Aids: A Living Archive (exhibition)

From Censorpedia

Date: 2001

Region: North America

Subject: Explicit Sexuality, Sexual/Gender Orientation

Medium: Mixed Media


Artist: Group of Artists

Confronting Bodies: Museum of the City of New York

Dates of Action: April, 2001

Location: Museum of the City of New York

Description of Artwork: Aids: A Living Archive was a part of Gay Men's Health Crisis: 20 Years Fighting for People with H.I.V./AIDS and included art / historical items documenting the public campaign against AIDS as well as interactive informative elements for museum visitors.

The Incident: The Museum of the City of New York altered some of the works in the exhibition. According to Jane Rosett, one of the two curators of the show, "Photos were cropped to exclude images of intimacy between men, and museum officials rejected representations of condoms." She was also told to exclude depictions of male genitals. A poster entitled 800 Men had been cropped to such an extent that an image of two men was taken out, leaving only the words visible. Marty Algaze, the spokesman of Gay Men's Health Crisis, was told by a museum official that the works were modified because "The museum gets a large group of children and some sexually explicit material would be inappropriate for them to see."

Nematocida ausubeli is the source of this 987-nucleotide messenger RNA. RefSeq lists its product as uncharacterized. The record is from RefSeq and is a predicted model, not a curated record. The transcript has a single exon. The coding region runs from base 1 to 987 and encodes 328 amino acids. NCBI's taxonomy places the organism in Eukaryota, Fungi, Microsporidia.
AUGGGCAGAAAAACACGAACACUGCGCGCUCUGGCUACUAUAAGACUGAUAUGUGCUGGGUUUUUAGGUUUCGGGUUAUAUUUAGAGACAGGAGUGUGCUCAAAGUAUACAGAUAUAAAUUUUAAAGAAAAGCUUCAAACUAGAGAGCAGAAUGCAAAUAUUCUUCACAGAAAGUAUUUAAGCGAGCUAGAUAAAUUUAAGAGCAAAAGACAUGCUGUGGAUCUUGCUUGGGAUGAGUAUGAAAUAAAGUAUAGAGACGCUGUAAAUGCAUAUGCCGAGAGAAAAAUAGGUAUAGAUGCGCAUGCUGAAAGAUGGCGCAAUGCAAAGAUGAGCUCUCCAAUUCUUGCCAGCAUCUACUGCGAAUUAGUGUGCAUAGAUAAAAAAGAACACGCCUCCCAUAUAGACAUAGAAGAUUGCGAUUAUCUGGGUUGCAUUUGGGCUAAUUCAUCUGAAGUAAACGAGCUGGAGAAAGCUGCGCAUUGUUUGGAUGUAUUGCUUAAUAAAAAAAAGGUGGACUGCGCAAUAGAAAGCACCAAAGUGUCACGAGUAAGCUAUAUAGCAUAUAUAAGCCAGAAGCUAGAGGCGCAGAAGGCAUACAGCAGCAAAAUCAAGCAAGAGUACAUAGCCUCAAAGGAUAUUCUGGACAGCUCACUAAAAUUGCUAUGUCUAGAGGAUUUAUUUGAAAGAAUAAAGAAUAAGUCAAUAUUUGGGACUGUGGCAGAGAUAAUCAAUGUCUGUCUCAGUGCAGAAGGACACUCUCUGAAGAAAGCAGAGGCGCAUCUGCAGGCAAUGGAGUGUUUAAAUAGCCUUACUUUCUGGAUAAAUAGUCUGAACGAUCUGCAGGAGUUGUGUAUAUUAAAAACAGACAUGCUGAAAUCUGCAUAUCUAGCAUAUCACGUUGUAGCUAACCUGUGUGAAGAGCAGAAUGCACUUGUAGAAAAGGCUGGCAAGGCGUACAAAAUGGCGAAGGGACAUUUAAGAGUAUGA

Results of Incident: The incident was dismissed, as the Gay Men's Health Crisis group wanted to keep a partnership with the museum and did not protest the censorship.

Source: The New York Times, Friday, April 27, 2001, NCAC